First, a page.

Bilbo emerges on the other side of the Misty Mountains, but does not know whether his friends are still being held captive by goblins. He has just made up his mind to go back into the Mountains to rescue them when he hears the dwarves and Gandalf approaching. Bilbo is still wearing the magic ring, and he decides to leave it on in order to surprise the others, which he does, revealing himself in a dramatic way. The stunt dramatically improves Bilbo's standing in the dwarves' eyes: "If they had still doubted that he was really a first-class burglar. they doubted no longer." Bilbo tells them about his adventures; however, he leaves out the fact of the Ring-an omission about which Gandalf seems somehow to be aware. The others tell Bilbo about their escape, including the fact that the Great Goblin has been killed.
The company resumes its trek. They are suddenly set upon by Wargs-wild, evil wolves. Gandalf, and the others scurry up trees to avoid the beasts. Gandalf, who understands the Wargs' howls, hears that the Wargs are planning to meet the goblins for a raid on nearby villages of men. The goblins have been delayed by the escape of Thorin and his band. The Wargs plan to stay in the glade until the goblins-who, unlike the Wargs, can climb trees-arrive. By magic, Gandalf sets fire to a tree branch and tosses it at the Wargs, setting them on fire. Meanwhile, from far away, the Lord of the Eagles hears the commotion in the woods. By the time he flies to the scene, the goblins have arrived, and are threatening Gandalf and the rest. The Lord of the Eagles snatches Gandalf to safety, and the other eagles rescue the dwarves and the hobbit. The eagles will not take the company anywhere near the villages of men for fear that the men will shoot at them, but they do agree to carry the travelers to safety.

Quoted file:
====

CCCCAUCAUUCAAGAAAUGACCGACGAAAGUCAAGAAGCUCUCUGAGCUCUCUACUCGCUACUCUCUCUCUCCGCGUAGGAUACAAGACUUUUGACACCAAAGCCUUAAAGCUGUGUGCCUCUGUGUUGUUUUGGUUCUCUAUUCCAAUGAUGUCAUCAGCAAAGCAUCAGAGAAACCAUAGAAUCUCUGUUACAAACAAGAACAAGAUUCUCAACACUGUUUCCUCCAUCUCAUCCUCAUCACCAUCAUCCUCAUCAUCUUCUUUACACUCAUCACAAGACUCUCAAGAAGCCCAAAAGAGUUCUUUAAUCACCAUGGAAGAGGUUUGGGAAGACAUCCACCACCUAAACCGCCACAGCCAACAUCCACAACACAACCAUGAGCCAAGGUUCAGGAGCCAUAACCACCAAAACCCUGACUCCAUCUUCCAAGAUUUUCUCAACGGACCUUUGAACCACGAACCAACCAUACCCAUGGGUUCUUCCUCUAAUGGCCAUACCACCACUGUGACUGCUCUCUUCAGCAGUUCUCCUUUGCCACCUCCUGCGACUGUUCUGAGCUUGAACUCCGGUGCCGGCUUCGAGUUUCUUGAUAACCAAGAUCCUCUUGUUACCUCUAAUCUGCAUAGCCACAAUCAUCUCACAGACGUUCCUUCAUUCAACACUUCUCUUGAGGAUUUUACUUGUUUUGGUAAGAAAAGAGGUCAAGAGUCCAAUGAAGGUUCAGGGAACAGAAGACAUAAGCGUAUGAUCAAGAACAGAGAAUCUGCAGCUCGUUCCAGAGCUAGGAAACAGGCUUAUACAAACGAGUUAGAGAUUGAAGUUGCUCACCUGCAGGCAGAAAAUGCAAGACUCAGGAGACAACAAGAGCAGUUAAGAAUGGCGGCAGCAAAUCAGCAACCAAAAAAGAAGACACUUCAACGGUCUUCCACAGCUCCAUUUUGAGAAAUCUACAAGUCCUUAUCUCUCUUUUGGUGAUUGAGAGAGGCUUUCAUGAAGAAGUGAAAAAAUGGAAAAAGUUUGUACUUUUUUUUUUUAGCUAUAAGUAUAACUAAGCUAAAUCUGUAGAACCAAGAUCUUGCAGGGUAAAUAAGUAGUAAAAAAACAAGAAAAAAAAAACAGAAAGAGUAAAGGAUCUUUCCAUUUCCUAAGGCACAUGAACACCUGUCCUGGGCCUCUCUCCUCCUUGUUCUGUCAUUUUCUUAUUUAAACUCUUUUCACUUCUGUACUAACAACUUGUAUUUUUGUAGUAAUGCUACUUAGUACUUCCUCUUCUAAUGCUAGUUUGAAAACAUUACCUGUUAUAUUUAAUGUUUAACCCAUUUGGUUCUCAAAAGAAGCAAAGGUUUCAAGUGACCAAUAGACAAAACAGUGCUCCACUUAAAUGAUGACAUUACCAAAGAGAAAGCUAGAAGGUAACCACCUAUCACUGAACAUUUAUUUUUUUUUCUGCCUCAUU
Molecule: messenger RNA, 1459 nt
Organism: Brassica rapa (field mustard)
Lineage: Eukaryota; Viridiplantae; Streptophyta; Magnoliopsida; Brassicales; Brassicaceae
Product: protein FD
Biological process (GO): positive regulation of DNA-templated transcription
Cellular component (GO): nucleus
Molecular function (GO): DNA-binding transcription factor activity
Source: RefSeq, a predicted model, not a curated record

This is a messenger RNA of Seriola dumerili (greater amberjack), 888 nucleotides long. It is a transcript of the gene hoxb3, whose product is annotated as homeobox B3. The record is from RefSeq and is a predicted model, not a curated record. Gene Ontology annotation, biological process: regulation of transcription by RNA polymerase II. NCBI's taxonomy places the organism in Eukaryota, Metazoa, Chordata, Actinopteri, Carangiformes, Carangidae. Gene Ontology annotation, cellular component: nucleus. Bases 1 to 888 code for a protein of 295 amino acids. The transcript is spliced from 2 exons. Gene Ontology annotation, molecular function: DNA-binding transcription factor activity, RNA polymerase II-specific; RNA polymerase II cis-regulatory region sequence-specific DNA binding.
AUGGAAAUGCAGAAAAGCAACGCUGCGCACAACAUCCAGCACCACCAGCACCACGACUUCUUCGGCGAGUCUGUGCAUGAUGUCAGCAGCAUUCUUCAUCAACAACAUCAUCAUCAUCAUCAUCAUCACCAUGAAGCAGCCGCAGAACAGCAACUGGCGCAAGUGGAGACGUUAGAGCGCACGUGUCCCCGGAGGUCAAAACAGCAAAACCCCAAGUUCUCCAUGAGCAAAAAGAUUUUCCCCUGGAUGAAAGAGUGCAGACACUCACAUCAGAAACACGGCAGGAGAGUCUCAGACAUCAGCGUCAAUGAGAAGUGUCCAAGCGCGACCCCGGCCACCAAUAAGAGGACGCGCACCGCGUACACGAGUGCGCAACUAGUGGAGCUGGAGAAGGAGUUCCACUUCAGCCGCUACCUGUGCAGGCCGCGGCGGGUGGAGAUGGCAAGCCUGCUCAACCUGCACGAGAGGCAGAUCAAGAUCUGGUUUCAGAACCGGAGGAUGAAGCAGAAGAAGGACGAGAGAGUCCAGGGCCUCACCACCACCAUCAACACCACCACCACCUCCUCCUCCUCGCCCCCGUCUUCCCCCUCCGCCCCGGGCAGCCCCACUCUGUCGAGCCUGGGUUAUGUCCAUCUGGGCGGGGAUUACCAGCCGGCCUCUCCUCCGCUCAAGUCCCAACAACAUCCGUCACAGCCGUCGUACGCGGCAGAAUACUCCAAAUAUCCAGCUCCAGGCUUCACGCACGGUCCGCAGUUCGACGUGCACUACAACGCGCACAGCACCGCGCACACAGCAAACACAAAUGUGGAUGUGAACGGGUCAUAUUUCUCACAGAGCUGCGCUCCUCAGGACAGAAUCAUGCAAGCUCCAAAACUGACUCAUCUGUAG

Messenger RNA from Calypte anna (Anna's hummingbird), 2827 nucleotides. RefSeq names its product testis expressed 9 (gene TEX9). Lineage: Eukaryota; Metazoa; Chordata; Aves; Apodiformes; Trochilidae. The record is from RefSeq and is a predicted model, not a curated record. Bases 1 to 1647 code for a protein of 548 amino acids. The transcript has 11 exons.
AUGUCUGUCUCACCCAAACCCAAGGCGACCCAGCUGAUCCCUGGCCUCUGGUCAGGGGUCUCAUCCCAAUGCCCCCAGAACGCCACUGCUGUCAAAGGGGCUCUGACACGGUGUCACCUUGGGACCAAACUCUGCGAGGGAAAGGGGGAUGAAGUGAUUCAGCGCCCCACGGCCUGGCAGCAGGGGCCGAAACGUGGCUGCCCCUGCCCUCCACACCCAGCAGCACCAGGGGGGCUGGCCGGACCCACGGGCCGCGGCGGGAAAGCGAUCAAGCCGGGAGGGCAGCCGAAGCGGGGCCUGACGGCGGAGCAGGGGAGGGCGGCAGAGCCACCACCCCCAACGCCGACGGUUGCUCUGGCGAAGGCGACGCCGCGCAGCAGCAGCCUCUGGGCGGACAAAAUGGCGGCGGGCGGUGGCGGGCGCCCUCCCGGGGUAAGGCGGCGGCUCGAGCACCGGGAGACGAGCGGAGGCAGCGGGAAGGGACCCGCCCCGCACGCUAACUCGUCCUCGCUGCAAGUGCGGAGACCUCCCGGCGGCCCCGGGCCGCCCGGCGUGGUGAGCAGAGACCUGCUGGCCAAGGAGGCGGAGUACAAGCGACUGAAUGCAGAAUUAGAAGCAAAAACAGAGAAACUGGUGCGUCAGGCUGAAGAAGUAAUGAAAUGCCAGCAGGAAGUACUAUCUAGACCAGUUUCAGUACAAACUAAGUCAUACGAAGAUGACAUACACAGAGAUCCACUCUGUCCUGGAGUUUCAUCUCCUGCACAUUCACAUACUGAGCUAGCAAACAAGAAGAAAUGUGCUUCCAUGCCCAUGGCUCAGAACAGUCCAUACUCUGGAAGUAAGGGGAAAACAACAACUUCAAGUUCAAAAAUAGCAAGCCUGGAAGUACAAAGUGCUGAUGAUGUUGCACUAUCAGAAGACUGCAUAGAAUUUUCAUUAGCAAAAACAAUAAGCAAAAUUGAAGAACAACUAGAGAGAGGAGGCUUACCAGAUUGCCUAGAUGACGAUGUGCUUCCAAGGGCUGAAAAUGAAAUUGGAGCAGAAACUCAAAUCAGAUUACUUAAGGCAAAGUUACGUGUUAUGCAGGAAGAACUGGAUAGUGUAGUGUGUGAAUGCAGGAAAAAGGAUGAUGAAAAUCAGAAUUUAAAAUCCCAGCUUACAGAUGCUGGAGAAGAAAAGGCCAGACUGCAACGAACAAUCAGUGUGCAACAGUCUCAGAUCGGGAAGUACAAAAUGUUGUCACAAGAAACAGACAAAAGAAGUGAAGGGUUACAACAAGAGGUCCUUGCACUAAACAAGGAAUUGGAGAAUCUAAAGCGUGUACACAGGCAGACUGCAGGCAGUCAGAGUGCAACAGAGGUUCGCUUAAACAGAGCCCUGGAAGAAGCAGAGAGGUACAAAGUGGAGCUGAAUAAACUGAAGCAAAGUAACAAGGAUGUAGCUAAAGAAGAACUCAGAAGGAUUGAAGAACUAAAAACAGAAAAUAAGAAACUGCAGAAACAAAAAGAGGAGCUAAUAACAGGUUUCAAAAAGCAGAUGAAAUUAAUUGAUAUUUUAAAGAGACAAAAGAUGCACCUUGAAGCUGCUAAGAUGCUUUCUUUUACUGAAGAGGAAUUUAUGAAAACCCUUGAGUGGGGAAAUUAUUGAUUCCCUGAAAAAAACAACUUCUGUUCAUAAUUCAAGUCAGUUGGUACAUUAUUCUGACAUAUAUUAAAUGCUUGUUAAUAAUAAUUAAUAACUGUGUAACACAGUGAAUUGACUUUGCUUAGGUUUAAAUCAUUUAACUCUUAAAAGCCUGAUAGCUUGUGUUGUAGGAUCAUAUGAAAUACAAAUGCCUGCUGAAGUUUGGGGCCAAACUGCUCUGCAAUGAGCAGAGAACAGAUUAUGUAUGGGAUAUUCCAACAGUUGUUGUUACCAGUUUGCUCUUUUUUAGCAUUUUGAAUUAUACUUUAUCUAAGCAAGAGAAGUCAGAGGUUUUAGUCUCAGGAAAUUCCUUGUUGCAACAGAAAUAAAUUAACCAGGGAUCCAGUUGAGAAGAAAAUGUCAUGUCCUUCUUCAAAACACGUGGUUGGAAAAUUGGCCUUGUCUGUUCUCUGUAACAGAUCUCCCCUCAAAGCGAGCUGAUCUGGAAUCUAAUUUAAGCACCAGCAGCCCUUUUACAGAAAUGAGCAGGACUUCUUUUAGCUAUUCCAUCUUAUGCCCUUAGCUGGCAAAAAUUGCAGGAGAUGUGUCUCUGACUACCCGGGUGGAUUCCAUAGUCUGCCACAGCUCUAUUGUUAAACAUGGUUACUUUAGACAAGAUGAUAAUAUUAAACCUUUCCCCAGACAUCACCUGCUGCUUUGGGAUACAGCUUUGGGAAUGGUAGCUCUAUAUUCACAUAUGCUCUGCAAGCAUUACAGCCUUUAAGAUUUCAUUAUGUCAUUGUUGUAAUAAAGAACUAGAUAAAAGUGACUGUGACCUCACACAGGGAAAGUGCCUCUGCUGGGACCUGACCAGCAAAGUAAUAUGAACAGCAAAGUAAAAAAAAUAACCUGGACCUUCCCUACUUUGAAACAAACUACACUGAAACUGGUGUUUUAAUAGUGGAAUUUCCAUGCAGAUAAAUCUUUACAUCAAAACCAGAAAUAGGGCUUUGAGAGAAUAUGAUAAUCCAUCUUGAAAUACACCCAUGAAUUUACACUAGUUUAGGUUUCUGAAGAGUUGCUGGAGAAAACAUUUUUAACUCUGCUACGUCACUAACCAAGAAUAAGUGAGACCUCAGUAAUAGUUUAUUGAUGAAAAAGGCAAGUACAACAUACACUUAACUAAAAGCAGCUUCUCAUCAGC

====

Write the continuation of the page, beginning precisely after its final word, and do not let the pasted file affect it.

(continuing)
This chapter is primarily a direct episode of adventure, designed to move the plot forward, as well as to lay the foundation for a large part of the novel's conclusion. It is fast-paced and tightly written. Still, it does offer a few points worthy of further reflection. Bilbo's failure to tell his fellow travelers about his discovery of the Ring, for example, may be seen as a further hint that the Ring is no ordinary, morally neutral piece of jewelry. The Lord of the Eagles' reluctance to carry the company south toward the realm of men echoes the mistrust readers saw earlier between elves and dwarves (see Chapter 3), and, like that earlier instance, anticipates Tolkien's further development of the theme of interdependence in The Lord of the Rings. Tolkien also offers two amusing, fictional derivations of customary sayings in this chapter (a practice that will occur again in The Lord of the Rings-as when Frodo sings his song at the Prancing Pony in Book I-but only briefly and only in the work's early portion). The presence of these derivations is evidence that Tolkien began The Hobbit as, fundamentally, a work for children. In one of his letters, Tolkien expresses regret for some of the instances in which he "talked down" to his readers. It was a stylistic choice he would not make again when turning to The Lord of the Rings. Although the latter work began life as a straightforward sequel to this work-Tolkien, in letters to his publisher, sometimes referred to it as "the new Hobbit"-it quickly grew more mature, complex, and, consequently, darker.
The Hobbit: Novel Summary: Chapter 6